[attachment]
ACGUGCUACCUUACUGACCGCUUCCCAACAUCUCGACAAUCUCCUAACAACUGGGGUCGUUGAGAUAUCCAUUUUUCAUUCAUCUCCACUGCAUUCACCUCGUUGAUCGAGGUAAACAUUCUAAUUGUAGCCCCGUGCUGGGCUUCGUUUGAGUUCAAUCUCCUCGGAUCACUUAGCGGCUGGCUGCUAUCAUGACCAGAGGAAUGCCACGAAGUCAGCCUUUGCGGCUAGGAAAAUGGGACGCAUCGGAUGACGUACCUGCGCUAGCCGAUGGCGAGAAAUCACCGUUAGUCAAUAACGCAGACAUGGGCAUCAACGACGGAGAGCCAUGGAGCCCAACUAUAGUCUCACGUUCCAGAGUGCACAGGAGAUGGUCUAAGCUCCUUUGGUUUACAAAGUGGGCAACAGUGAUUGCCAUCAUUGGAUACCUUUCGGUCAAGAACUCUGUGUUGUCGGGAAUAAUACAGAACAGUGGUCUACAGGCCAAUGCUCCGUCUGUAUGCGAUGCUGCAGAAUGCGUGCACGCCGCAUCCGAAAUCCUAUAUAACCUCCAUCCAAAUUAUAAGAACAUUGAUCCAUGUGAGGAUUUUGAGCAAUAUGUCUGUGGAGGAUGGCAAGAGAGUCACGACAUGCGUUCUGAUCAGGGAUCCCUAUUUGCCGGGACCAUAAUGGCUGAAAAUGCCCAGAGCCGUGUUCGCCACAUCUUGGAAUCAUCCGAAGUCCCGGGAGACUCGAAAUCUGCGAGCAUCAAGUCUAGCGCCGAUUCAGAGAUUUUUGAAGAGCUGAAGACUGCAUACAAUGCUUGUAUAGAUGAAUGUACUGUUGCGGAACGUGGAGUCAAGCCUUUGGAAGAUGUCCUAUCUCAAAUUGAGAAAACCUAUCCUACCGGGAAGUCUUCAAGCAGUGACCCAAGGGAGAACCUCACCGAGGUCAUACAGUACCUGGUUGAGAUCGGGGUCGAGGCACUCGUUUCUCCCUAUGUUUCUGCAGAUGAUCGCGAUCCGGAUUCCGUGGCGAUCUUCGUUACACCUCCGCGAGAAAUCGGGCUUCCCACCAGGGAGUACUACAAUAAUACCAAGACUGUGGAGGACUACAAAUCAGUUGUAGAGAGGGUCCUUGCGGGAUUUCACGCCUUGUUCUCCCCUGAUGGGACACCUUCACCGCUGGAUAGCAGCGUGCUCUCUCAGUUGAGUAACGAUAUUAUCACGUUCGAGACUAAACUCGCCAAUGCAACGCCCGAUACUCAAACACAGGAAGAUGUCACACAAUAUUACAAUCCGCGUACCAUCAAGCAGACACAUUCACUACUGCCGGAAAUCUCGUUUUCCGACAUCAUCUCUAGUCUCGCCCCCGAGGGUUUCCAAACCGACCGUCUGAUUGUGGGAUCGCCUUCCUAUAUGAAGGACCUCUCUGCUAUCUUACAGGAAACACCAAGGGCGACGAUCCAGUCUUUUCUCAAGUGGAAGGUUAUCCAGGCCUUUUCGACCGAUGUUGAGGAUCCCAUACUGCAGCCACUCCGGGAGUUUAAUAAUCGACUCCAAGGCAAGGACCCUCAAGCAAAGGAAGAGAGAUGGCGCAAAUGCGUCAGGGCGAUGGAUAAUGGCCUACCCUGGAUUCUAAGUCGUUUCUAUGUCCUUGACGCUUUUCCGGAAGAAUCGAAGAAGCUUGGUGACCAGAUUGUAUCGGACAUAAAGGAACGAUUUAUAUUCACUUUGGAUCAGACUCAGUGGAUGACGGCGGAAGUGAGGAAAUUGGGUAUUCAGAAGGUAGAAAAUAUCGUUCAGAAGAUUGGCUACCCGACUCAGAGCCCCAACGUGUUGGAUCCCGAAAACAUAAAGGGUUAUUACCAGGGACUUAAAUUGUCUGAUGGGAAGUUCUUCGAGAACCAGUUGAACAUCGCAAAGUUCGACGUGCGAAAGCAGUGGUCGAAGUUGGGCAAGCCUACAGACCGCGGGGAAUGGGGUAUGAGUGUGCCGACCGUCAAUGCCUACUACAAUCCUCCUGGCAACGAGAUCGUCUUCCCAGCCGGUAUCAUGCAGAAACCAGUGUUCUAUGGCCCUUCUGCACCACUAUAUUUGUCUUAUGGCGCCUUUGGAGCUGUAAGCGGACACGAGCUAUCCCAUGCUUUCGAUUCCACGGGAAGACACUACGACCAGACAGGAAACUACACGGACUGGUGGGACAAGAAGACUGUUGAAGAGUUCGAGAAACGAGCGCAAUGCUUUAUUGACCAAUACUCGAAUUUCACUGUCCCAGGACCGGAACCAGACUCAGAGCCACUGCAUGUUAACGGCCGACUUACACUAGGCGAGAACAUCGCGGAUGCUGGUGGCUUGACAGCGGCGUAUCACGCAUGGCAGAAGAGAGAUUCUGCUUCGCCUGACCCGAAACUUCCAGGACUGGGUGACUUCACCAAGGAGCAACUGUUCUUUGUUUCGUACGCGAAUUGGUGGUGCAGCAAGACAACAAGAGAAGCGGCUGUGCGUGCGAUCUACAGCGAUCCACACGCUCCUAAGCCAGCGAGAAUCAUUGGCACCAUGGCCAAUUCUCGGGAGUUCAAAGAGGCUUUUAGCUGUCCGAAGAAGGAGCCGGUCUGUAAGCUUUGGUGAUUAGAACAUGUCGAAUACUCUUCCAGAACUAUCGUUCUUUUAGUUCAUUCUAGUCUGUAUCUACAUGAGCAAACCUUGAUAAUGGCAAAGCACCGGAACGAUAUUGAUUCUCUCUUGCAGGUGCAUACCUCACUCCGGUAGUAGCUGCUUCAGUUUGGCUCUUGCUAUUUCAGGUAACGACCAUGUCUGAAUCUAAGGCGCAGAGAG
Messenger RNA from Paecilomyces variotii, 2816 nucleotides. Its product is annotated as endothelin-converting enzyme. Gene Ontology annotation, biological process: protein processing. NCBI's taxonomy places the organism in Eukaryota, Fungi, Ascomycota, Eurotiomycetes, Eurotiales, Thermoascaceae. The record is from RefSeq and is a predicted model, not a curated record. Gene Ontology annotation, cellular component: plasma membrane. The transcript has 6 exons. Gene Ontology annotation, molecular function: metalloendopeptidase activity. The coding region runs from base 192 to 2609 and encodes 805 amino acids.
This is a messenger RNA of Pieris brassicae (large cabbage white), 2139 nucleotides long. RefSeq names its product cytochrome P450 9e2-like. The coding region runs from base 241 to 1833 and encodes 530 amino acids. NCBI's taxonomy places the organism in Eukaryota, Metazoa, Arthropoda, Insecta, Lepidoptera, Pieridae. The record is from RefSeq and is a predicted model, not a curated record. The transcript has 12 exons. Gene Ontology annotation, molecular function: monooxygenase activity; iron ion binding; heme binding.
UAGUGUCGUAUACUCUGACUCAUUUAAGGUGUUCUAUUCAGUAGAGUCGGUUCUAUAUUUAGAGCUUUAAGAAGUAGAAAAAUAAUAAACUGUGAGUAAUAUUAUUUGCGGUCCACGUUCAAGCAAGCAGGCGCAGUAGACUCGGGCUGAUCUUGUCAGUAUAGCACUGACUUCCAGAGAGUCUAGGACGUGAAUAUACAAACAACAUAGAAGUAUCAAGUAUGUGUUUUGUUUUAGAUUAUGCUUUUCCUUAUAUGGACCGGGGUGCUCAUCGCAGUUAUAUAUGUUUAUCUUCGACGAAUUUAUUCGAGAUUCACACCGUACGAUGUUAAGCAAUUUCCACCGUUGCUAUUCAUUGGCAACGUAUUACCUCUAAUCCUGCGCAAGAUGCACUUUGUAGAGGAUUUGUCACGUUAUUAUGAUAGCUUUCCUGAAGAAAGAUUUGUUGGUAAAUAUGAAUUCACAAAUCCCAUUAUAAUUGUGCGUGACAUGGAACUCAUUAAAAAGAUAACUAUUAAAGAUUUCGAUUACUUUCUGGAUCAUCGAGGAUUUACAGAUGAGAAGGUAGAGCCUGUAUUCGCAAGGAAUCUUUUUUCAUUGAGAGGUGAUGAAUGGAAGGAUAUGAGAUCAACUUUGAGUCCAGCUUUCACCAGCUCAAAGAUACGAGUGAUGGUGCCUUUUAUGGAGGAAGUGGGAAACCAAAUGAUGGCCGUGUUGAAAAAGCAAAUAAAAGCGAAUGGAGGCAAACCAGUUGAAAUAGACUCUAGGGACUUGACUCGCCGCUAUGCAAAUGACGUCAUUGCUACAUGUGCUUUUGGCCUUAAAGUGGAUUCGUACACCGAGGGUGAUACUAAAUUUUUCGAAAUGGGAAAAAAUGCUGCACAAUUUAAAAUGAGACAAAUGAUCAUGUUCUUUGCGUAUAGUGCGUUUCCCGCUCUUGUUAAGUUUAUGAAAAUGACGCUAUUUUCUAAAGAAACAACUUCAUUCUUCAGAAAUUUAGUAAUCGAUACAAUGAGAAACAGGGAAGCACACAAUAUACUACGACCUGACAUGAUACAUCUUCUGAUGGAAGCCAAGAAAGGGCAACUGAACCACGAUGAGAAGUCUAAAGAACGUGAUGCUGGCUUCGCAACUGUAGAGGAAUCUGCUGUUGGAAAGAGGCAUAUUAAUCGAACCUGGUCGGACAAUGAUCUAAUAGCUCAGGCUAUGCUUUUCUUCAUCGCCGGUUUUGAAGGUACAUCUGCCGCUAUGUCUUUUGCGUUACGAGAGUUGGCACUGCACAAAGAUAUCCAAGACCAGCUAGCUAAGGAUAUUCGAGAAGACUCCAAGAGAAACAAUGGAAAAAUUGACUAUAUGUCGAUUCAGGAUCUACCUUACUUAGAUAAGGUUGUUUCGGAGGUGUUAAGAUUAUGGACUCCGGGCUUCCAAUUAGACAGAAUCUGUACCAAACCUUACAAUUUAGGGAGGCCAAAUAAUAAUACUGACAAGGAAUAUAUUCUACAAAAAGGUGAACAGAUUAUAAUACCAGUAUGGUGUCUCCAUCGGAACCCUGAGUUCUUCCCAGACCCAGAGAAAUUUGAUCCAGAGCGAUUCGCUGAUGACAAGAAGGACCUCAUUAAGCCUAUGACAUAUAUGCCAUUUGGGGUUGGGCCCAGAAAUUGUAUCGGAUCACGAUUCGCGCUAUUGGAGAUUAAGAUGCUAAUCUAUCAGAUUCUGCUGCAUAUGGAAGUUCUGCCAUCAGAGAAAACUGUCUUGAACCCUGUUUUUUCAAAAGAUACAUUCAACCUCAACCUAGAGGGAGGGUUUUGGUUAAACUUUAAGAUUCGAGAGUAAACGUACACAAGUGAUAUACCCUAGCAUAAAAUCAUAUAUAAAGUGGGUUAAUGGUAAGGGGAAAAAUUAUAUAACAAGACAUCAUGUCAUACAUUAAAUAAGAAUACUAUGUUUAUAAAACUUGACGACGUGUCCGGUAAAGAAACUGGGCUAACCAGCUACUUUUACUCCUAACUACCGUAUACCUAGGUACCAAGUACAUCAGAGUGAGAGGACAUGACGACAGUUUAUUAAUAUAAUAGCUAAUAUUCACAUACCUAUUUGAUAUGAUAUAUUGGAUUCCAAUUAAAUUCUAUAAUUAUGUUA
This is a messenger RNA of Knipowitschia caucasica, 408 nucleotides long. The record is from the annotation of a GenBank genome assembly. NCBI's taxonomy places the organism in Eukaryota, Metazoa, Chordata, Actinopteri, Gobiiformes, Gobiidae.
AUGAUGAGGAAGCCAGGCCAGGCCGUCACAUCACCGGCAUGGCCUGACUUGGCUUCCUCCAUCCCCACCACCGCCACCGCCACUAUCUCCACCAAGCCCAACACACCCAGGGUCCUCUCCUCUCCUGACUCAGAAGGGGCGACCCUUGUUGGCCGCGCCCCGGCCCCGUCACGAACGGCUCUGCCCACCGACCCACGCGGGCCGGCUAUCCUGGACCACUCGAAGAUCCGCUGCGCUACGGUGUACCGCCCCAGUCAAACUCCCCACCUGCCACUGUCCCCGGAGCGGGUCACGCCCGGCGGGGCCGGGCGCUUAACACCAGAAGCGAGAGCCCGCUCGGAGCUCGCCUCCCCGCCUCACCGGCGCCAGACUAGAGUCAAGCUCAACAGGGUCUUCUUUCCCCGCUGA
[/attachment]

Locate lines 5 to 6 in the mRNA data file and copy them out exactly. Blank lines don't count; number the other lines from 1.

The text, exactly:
This is a messenger RNA of Knipowitschia caucasica, 408 nucleotides long. The record is from the annotation of a GenBank genome assembly. NCBI's taxonomy places the organism in Eukaryota, Metazoa, Chordata, Actinopteri, Gobiiformes, Gobiidae.
AUGAUGAGGAAGCCAGGCCAGGCCGUCACAUCACCGGCAUGGCCUGACUUGGCUUCCUCCAUCCCCACCACCGCCACCGCCACUAUCUCCACCAAGCCCAACACACCCAGGGUCCUCUCCUCUCCUGACUCAGAAGGGGCGACCCUUGUUGGCCGCGCCCCGGCCCCGUCACGAACGGCUCUGCCCACCGACCCACGCGGGCCGGCUAUCCUGGACCACUCGAAGAUCCGCUGCGCUACGGUGUACCGCCCCAGUCAAACUCCCCACCUGCCACUGUCCCCGGAGCGGGUCACGCCCGGCGGGGCCGGGCGCUUAACACCAGAAGCGAGAGCCCGCUCGGAGCUCGCCUCCCCGCCUCACCGGCGCCAGACUAGAGUCAAGCUCAACAGGGUCUUCUUUCCCCGCUGA